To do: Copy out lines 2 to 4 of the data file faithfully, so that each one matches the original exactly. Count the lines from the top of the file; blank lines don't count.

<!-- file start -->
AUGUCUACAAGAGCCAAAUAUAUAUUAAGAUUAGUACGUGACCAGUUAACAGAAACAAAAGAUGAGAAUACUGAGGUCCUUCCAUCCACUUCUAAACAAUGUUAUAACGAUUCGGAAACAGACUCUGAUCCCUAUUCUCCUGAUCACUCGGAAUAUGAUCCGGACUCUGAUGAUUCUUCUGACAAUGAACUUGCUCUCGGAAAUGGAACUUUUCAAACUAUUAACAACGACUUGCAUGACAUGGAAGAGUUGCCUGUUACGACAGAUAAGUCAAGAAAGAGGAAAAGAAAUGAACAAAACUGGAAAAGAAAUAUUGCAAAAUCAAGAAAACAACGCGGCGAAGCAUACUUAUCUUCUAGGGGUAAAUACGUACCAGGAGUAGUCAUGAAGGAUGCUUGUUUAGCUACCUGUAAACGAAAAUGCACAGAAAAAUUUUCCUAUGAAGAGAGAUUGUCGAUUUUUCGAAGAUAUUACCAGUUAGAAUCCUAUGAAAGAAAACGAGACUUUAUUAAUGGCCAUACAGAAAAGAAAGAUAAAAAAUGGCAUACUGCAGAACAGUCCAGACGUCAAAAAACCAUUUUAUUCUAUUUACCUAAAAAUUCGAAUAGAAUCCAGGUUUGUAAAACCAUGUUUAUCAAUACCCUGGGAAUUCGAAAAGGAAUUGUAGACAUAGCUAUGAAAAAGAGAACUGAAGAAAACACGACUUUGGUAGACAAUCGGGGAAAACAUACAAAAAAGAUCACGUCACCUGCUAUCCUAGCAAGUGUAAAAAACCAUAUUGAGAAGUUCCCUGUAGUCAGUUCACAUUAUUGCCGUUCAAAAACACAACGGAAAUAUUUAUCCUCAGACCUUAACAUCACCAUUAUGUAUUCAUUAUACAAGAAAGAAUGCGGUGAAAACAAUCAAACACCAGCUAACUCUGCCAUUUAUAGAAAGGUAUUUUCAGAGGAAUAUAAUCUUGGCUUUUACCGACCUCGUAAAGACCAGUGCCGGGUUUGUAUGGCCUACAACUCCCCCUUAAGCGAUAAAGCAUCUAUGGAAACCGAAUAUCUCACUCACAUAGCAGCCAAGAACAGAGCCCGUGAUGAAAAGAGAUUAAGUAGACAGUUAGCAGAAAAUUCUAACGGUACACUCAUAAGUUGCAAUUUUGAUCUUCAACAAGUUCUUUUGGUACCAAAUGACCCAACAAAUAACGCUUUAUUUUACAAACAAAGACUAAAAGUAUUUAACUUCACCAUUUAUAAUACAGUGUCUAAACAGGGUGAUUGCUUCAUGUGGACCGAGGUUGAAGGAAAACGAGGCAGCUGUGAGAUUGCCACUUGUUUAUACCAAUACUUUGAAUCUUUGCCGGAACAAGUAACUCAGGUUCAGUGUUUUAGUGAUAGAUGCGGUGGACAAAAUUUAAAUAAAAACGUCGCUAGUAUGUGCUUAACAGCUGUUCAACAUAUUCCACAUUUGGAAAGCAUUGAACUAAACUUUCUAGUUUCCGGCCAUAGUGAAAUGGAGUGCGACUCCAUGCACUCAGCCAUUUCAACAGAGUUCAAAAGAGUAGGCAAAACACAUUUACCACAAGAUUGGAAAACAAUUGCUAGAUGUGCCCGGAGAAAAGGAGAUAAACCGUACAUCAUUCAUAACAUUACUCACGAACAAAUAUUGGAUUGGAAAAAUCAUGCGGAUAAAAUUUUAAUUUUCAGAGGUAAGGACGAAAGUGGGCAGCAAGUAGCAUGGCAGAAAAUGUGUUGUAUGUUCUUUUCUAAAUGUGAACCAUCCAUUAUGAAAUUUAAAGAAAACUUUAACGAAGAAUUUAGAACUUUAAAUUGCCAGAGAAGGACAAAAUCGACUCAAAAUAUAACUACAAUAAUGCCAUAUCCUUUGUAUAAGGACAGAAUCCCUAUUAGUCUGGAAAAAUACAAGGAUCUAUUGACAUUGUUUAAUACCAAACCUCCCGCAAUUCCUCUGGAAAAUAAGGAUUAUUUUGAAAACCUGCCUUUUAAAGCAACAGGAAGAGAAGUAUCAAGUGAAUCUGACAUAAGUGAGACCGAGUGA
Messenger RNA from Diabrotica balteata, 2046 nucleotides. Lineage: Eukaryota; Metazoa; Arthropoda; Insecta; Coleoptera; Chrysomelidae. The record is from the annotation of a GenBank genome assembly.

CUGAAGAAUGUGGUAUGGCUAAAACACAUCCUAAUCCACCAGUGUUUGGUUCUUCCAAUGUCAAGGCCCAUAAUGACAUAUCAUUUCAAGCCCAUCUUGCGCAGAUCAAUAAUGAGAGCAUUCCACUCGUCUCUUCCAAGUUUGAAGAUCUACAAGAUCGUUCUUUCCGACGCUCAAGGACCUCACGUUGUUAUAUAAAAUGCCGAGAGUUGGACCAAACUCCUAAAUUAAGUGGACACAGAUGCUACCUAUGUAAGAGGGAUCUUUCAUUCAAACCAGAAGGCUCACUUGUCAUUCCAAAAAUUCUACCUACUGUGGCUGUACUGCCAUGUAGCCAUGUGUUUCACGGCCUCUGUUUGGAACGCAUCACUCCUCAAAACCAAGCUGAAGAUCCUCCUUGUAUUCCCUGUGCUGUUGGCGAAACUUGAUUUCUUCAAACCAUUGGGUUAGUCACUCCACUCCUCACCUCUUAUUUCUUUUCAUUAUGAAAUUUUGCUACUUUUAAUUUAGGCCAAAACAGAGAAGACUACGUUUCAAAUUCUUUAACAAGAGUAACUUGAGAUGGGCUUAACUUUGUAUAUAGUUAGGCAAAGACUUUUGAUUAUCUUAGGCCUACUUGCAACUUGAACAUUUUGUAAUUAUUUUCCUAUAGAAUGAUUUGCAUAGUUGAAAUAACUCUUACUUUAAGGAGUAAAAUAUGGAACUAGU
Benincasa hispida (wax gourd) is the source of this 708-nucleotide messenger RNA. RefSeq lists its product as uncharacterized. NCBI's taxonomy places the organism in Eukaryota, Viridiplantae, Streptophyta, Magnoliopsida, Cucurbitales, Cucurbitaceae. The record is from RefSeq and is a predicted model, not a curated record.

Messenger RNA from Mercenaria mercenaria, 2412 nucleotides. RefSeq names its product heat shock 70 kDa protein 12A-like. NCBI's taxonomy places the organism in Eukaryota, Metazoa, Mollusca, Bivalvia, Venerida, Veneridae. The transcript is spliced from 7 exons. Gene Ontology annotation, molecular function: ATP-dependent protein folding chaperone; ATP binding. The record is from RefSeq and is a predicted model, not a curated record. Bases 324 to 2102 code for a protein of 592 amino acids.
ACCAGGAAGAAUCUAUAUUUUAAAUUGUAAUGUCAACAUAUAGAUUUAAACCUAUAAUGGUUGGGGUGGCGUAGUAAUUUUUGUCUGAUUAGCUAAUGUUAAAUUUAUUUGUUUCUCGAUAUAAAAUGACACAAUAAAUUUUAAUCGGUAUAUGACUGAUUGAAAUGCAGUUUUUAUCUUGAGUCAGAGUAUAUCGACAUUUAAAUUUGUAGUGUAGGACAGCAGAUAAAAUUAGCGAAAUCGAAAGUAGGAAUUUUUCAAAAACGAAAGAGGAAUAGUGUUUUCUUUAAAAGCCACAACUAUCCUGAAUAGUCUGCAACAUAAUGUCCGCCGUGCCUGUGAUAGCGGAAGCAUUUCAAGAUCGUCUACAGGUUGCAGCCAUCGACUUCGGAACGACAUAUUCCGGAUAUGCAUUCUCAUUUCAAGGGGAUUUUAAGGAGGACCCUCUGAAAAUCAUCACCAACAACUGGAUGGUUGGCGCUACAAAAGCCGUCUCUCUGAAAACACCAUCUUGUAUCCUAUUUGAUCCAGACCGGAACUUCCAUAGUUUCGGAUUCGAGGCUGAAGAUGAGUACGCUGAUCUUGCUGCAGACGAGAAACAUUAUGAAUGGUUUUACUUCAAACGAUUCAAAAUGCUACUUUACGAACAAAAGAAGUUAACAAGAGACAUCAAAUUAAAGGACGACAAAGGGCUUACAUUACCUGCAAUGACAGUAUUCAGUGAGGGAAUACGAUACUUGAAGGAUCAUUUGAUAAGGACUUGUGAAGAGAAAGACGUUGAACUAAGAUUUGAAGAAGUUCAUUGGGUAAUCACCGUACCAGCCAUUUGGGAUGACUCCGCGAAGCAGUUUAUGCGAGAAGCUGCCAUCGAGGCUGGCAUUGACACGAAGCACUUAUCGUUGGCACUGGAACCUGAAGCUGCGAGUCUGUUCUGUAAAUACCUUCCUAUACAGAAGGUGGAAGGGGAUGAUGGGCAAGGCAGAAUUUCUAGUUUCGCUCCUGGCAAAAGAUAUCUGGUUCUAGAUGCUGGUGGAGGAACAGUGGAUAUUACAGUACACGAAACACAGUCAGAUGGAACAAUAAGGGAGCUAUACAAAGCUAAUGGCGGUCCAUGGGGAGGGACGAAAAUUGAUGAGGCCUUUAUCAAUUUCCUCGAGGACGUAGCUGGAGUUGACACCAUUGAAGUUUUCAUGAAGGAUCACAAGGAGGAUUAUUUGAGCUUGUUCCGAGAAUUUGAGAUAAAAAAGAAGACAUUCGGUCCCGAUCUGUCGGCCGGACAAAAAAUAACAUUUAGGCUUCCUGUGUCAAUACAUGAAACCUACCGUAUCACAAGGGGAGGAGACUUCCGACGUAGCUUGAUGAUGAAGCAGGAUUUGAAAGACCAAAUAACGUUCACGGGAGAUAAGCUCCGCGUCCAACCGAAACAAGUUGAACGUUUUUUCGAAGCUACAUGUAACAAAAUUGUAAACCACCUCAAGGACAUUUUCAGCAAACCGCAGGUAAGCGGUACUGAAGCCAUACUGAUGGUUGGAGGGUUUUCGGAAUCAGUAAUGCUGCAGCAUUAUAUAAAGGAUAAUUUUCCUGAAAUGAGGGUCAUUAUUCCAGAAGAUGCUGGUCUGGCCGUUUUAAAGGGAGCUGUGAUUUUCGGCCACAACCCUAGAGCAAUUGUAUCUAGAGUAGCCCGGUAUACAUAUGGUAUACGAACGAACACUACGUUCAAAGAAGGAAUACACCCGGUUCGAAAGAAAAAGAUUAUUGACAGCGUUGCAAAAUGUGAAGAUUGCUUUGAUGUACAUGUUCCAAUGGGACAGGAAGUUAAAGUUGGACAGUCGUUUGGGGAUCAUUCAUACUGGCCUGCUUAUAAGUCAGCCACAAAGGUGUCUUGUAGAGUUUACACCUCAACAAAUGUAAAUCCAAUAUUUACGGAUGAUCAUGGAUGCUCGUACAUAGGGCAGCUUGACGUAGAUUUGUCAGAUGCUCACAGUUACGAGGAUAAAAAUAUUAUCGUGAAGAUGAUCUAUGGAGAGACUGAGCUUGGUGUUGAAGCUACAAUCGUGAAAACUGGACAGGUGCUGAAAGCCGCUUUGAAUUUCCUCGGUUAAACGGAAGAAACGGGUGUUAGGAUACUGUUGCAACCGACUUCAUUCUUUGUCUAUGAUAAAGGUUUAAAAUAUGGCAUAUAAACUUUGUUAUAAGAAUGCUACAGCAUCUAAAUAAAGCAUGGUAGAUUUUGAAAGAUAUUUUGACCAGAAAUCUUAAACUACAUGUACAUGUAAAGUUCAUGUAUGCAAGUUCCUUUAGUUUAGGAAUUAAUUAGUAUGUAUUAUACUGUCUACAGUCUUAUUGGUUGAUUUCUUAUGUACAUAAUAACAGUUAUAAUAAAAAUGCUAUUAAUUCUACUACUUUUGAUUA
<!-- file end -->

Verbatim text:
Messenger RNA from Diabrotica balteata, 2046 nucleotides. Lineage: Eukaryota; Metazoa; Arthropoda; Insecta; Coleoptera; Chrysomelidae. The record is from the annotation of a GenBank genome assembly.

CUGAAGAAUGUGGUAUGGCUAAAACACAUCCUAAUCCACCAGUGUUUGGUUCUUCCAAUGUCAAGGCCCAUAAUGACAUAUCAUUUCAAGCCCAUCUUGCGCAGAUCAAUAAUGAGAGCAUUCCACUCGUCUCUUCCAAGUUUGAAGAUCUACAAGAUCGUUCUUUCCGACGCUCAAGGACCUCACGUUGUUAUAUAAAAUGCCGAGAGUUGGACCAAACUCCUAAAUUAAGUGGACACAGAUGCUACCUAUGUAAGAGGGAUCUUUCAUUCAAACCAGAAGGCUCACUUGUCAUUCCAAAAAUUCUACCUACUGUGGCUGUACUGCCAUGUAGCCAUGUGUUUCACGGCCUCUGUUUGGAACGCAUCACUCCUCAAAACCAAGCUGAAGAUCCUCCUUGUAUUCCCUGUGCUGUUGGCGAAACUUGAUUUCUUCAAACCAUUGGGUUAGUCACUCCACUCCUCACCUCUUAUUUCUUUUCAUUAUGAAAUUUUGCUACUUUUAAUUUAGGCCAAAACAGAGAAGACUACGUUUCAAAUUCUUUAACAAGAGUAACUUGAGAUGGGCUUAACUUUGUAUAUAGUUAGGCAAAGACUUUUGAUUAUCUUAGGCCUACUUGCAACUUGAACAUUUUGUAAUUAUUUUCCUAUAGAAUGAUUUGCAUAGUUGAAAUAACUCUUACUUUAAGGAGUAAAAUAUGGAACUAGU
Benincasa hispida (wax gourd) is the source of this 708-nucleotide messenger RNA. RefSeq lists its product as uncharacterized. NCBI's taxonomy places the organism in Eukaryota, Viridiplantae, Streptophyta, Magnoliopsida, Cucurbitales, Cucurbitaceae. The record is from RefSeq and is a predicted model, not a curated record.